Spurned By Worcester, Schenevus School Future May Be Found In Milford

Spurned By Worcester,

Schenevus School Future

May Be Found In Milford

Insolvent and, now, spurned by Worcester Central School, Schenevus students may end up at Milford Central.

By JAMES CUMMINGS • Special to www.AllOTSEGO.com

MILFORD – Milford and Charlotte Valley have emerged as possible refuges for Schenevus Central students if that financially strapped school district is force to close its doors.

Worcester School Superintendent Tim Gonzalez

At 6 p.m. Thursday, Jan. 16, Worcester Superintendent of Schools Tim Gonzales announced “tuitioning-in” Schenevus students wasn’t in his school district’s best interest.

That came after a month of conversations after Schenevus looked to Worcester as the most sensible place to educate its students if it can’t continue on its own.

“In the beginning, tuitioning for both sides looked good. But as we dug deeper and looked more into the legal side, that’s where it got muddy,” Gonzales said.

Schenevus Superintendent Theresa Carlin, while disappointed, may have found two new angels.

“Milford and Charlotte Valley had indicated to me that they would be interested in having a conversation about tuitioning-out,” she said.

“I told them that I would love to have these conversations, but I would ask that you do your research before we do this, because I’m not going down this road again.”

Should the schools agree to tuition-in Schenevus students, however, it may be too late for the 2020-21 school year.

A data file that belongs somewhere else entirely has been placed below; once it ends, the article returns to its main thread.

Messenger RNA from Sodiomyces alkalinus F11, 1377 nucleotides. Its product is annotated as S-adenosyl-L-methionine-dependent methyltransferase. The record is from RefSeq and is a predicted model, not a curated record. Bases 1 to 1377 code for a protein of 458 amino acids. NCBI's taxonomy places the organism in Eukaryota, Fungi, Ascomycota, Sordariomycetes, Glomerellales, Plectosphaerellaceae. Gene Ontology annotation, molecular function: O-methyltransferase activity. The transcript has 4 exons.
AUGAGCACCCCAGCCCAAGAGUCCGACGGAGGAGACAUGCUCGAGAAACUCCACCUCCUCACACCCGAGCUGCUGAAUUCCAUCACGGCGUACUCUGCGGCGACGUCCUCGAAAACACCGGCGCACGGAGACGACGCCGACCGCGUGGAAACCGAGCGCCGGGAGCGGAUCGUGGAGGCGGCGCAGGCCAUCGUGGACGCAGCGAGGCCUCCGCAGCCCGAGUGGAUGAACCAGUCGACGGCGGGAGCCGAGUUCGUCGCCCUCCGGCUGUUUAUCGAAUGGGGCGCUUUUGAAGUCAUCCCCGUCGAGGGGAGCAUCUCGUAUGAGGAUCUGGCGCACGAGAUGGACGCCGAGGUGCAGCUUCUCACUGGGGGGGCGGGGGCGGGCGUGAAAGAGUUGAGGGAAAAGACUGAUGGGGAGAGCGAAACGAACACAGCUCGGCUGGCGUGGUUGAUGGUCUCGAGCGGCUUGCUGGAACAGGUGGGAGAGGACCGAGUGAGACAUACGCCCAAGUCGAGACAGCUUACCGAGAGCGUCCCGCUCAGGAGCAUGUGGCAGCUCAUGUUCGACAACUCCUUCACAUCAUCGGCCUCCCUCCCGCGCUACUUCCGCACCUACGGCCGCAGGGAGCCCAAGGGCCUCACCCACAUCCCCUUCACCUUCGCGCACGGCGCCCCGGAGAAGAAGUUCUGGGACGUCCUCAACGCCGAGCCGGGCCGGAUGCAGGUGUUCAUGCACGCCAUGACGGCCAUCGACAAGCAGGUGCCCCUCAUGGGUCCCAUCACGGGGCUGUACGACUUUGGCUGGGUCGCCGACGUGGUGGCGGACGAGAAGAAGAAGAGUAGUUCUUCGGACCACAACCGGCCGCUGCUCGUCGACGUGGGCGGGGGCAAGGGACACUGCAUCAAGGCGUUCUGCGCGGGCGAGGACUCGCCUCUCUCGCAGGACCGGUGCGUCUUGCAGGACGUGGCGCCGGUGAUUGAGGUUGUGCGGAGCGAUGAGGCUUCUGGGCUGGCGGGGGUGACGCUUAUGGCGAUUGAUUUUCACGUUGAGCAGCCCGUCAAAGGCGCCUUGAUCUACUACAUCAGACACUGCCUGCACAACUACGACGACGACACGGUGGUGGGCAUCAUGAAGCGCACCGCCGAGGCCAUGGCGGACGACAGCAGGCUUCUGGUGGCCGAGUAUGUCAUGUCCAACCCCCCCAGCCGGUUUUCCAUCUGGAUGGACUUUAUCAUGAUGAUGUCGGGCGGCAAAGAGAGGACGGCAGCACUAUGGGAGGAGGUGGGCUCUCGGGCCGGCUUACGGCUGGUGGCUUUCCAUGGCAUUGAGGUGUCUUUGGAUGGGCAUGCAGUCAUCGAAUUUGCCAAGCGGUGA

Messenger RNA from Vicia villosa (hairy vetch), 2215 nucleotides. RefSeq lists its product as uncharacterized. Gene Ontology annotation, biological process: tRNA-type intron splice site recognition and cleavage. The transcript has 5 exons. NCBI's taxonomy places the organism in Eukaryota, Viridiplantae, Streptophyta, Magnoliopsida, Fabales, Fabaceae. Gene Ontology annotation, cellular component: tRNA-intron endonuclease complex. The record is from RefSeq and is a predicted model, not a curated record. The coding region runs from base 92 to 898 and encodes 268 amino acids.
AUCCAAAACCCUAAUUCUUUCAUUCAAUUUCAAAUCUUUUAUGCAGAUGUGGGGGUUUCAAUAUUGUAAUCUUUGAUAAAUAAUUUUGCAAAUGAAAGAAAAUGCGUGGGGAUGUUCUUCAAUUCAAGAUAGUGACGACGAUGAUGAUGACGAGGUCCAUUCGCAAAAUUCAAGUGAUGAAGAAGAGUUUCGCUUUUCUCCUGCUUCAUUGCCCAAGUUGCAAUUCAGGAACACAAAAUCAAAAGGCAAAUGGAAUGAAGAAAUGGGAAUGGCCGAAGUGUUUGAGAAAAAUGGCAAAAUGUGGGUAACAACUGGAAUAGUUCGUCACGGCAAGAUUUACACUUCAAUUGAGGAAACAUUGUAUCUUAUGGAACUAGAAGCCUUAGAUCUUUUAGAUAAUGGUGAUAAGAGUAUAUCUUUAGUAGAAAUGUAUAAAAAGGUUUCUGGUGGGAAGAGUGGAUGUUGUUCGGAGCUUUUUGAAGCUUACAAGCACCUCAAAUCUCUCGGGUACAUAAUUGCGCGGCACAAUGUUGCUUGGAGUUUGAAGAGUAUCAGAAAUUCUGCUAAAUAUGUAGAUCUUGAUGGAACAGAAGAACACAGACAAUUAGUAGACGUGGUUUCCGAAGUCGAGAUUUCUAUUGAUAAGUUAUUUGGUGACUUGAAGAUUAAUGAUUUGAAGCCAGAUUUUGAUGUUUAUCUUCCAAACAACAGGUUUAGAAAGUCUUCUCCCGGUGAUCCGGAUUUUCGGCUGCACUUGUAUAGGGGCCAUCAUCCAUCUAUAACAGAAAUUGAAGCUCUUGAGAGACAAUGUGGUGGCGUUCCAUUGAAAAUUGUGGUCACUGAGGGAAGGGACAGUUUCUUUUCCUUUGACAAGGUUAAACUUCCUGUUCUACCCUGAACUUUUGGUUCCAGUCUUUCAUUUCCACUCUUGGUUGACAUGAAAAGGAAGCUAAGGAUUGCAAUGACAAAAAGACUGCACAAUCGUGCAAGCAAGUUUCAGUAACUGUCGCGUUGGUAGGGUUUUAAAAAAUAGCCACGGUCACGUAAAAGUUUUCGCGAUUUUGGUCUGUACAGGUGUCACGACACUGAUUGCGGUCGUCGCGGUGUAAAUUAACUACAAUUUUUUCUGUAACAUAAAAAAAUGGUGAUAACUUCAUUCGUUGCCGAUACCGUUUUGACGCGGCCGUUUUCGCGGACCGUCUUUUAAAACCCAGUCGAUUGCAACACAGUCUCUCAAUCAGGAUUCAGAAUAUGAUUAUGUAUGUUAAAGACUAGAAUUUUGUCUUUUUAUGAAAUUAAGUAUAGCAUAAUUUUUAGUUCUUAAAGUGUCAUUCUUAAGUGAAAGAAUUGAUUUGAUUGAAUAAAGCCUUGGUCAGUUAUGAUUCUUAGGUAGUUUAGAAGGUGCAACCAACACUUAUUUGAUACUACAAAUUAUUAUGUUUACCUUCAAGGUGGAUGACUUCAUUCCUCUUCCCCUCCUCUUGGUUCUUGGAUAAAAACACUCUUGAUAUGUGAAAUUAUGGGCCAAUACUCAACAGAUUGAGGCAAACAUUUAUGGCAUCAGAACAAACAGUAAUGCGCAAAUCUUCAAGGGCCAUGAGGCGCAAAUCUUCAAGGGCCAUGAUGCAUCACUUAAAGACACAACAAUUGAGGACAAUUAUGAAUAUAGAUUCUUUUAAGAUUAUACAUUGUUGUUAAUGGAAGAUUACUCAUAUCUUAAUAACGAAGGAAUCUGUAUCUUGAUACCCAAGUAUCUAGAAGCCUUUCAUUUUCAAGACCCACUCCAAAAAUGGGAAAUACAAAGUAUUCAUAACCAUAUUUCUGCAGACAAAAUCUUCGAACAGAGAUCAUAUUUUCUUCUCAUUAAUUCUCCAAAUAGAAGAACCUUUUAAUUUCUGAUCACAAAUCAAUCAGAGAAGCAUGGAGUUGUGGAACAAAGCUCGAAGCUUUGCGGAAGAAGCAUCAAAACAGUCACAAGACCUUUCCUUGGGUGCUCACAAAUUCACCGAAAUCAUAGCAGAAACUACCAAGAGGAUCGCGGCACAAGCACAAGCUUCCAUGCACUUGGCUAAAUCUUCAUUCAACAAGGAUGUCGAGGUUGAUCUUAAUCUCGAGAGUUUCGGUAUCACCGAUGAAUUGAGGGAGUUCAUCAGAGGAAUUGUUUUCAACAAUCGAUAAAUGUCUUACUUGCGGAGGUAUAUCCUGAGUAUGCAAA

“All of those decisions need to be made by April 1. I don’t think between now and April 1 we have enough time,” she said.  “The feeling that I’m getting from the board is that we’re not going to rush into anything.”

For his part, Gonzalez said staffing seniority rules was part of the reason for the change of mind.

“The way the statute is, any staff that’s let go becomes part of our staff. They’re put on the eligibility list for seven years,” he said. “We would have to hire their current math teacher, whoever their most senior person is.”

And should tuitioning cease for any particular reason, Worcester would be obligated to keep the more senior staff member, even if that means terminating a Worcester teacher.

Schenevus’ Carlin said her school board is disappointed.  “We were hoping this would be a way for us to maintain our sustainability for a little longer, therefore benefiting our students greatly. For Worcester, it would be an opportunity to enrich their programs,” she said.

“The other thing that brings some disappointment to it is that ultimately our district would like to merge with them.  And having tuitioned out, it would’ve been a positive step towards a merger.

“So now I feel like we’ve taken a couple of steps back.”

Regardless, with a merger grant awarded last month, Schenevus and Worcester will nonetheless begin the process of determining if a merger will work for both schools. There will be a special presentation from Syracuse educational consulting firm Castillo and Silky, who have been selected to facilitate the study, at a Board of Education Meeting at Worcester Central at 6:30 p.m. Jan. 22.

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